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Discussion Starter · #1 ·
Sonoma 2WD Brushed Aluminum Wheel

Found 2 – similar cracks on the inside (back) lip of 1 – of 4 – wheels I purchased to refinish. Did not notice till I began cleaning them. Provided are 2 - photos of the worst crack.

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What is your opinion?
  • Refinish without repairing the crack?
  • Junk it?
  • Repair it? If so, maybe a small hole drilled at end of crack and HF aluminum brazing rod? Can I get it hot enough with a map torch to do that? The wheel is a giant heat sink. Will enough heat travel all the way to holes between the spokes to damage the paint? That would not be acceptable as I will not repaint the hole accents. Too much work to do well. I cannot weld aluminum and I doubt paying someone to do it is worthwhile. Very much trying to keep costs contained.
Thank you.
 

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Swirlies or ZQ8's?
 

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Discussion Starter · #5 ·
chevymec,
Just saw this reply. Thank you for taking time to comment. I am not going to bother a repair shop with a quote because I am confident it would be more than I am willing to spend. I also agree it would be wise to simply find another set of wheels. However, I am going to make an attempt at brazing one of the cracks after precisely drilling a small diameter hole at the apparent end of it and carefully opening 1 – side of the crack. I do not have oxy-acetylene, and wasting a bunch of MAP would be cost prohibitive. So, I am going to preheat the wheel in my oven to ~200°F; place it in/on something relatively non-thermal-conductive; and try to pour heat into the area around the crack with 3 – propane torches simultaneously.

I am not confident this is going to work. I do not think I will be able to heat the crack area to the required ~720°F for the rod to flow and bond. If by some chance I can get the crack area that hot, but the heat discolors the accent paint around the holes on the front, I am still junking it. My refinishing technique for these wheels uses the factory gray/silver/argent accent paint.

I am just annoyed that I did not notice the cracks in that wheel when I bought the set of 4, and it is difficult to find single wheel to complete a set of 3 for much less than another set of 4 – ugly ones would cost.
 

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Location looks lke it shouldn't affect tire sealing on the rim. Seal it on the inside and mount it up. Or have it TIG'd and be done with it. Surely you know somebody that would do that for a 6-pack???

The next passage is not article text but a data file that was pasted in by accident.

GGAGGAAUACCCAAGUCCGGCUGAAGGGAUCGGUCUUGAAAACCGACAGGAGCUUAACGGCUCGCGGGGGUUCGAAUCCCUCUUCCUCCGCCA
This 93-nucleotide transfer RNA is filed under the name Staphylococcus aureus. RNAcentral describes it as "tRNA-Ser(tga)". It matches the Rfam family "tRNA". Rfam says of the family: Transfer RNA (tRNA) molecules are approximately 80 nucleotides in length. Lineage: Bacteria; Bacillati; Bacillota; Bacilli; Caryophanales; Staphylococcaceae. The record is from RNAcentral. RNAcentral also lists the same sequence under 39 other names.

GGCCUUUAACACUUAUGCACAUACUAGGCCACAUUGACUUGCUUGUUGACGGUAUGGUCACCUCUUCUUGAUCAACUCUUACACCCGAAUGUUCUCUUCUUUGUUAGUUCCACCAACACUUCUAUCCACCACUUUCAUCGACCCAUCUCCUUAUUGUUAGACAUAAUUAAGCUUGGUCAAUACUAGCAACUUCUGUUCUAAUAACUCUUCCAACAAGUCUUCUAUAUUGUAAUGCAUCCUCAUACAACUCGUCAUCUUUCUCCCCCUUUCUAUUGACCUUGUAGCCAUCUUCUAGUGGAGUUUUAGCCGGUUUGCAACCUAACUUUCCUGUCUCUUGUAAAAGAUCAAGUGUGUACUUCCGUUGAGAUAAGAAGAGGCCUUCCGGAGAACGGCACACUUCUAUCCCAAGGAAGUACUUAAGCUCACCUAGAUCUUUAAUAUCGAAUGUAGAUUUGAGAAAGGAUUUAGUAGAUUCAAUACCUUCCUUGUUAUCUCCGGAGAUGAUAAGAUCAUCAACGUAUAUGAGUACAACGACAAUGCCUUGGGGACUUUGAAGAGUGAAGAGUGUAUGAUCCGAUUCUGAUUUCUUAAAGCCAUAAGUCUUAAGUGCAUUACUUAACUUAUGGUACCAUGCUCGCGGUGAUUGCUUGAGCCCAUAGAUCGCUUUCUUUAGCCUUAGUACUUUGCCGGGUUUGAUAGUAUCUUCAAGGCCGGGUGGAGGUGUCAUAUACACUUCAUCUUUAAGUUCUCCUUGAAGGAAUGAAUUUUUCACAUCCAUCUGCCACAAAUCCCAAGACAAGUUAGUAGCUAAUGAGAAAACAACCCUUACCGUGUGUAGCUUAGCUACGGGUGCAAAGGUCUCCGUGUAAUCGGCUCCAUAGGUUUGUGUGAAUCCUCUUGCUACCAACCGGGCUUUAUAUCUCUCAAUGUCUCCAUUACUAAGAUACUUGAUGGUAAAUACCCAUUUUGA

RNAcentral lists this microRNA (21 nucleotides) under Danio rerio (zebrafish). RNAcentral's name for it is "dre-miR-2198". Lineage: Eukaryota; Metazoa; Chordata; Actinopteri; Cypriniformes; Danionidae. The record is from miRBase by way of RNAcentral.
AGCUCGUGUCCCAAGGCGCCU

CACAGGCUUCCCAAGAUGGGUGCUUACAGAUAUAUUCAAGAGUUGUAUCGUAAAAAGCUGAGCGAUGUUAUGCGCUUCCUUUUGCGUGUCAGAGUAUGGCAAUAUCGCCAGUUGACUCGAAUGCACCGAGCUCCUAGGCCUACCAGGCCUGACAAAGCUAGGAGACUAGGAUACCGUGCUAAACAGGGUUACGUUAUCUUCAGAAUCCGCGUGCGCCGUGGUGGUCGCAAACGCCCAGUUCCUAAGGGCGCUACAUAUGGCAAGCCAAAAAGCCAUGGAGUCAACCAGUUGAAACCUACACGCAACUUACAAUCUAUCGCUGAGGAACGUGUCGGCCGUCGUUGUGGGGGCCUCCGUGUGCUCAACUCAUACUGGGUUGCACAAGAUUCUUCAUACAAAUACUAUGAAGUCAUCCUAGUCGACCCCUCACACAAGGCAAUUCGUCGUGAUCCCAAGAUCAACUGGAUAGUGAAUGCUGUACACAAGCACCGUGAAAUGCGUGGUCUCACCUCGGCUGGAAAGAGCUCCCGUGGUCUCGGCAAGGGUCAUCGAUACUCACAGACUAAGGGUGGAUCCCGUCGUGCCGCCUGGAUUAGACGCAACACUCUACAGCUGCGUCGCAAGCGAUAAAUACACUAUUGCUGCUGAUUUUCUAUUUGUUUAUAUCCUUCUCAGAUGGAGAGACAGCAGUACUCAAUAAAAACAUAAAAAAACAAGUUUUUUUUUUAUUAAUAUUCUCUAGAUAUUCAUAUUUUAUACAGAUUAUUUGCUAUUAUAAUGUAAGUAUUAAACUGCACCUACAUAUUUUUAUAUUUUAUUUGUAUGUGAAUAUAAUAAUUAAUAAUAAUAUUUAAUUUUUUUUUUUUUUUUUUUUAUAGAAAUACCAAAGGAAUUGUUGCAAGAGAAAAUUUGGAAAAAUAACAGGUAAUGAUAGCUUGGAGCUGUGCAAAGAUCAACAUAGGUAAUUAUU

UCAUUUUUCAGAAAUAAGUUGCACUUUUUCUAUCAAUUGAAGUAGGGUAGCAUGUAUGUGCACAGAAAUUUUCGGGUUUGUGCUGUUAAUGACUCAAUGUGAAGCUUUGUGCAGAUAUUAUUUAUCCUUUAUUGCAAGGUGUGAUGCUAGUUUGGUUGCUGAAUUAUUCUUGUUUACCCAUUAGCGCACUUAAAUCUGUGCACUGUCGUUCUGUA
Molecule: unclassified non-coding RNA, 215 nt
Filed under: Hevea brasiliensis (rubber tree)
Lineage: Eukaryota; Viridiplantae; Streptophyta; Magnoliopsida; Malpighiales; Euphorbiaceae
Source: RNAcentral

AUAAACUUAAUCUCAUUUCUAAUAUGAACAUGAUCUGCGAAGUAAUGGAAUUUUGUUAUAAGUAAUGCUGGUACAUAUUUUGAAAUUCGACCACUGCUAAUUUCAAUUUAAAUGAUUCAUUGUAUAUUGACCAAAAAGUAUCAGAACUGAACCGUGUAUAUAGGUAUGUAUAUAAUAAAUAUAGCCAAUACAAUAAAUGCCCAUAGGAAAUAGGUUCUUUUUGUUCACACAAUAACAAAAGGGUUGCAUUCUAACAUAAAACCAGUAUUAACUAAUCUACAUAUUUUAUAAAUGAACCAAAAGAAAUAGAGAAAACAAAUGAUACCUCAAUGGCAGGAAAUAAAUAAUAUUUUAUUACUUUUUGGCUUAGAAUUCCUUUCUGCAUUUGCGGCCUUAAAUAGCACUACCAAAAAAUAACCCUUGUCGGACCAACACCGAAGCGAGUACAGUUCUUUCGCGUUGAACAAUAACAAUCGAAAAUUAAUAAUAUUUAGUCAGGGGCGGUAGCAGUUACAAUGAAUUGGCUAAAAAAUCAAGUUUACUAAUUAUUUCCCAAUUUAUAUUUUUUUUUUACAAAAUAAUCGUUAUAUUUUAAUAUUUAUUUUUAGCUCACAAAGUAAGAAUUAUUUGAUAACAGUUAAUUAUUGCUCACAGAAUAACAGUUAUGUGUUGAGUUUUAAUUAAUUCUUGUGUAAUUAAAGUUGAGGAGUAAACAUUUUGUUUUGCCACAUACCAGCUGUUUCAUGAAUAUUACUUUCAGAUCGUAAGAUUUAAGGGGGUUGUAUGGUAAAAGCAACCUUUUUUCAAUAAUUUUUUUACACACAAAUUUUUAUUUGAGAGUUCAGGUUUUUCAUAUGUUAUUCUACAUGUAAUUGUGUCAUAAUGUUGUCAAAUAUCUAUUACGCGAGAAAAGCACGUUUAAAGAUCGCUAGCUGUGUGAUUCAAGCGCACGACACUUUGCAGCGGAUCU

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Discussion Starter · #7 ·
Surprisingly, it was doable. Cleaned it up the crack areas with a wire cup and angle grinder. Drilled a 1/16” hole, placed as well as I could determine at the end of the 2 - cracks. Used the same drill bit to carefully open up 1 - face of both cracks. Heated wheel to 250°F in oven. Placed it in a large carboard box outside, out of the wind, propped up on blocks of wood. Re-cleaned the crack areas with new stainless steel, wire brush. Used 3 – propane torches fully open, simultaneously. After the rod melted upon touching the wheel, puddled it. Used a clean, sharp screw driver to scratch repeatedly back and forth in the puddle along the groove in the wheel. Research indicates this is important to remove any oxidation that reformed and get the puddle to flow. Impurities do float to the surface. Repeat process on second crack. When working on a crack, I had the wheel in the rolling orientation, with that crack at the bottom of the wheel. I made the gouges on the surface that is viewable with rubber mounted.

What I did wrong.
  • I did not make the gouge correctly. I am guessing the best gouge would be “V”-shaped with the point of the “V” just barely reaching the opposite side. That gives full “penetration” w/o allowing the molten rod to simply drop out of the bottom of the crack.
  • Understanding I made a gouge only approximately half way through the aluminum, I did not get the entire hole at the end of the crack to fill. I probably could have if, similar to the screwdriver in the puddle, I had plunged a small wire, nail, or etc in and out, all the way through the puddle and exit of the hole. I did plunge a small pick in the hole of 1 – crack repeatedly, and that caused the molten rod to flow almost through that hole. The pick was too large to go all the way through though. I will likely just fill the remainder of the crack-arresting, 1/16” holes with Bondo Metal Reinforced Filler. Though, I do not anticipate them causing structural problems, I do not want the Discount Tire tech fretting over a tiny blind hole when mounting rubber.
  • I was a little sloppy. I did not quite build the puddle thick enough in all places to flush it out with the surrounding aluminum when roughly dressing it later. I also did not dress the repairs great because of the location of the repairs.
  • I started my cardboard box enclosure on fire. That cost me some focus and time. That could have been easily avoided with better use of wood blocks within the box to keep more distance between the flame and cardboard. I was a bit anxious and thought I needed to work fast while the rim still had sufficient heat energy in it from the oven.

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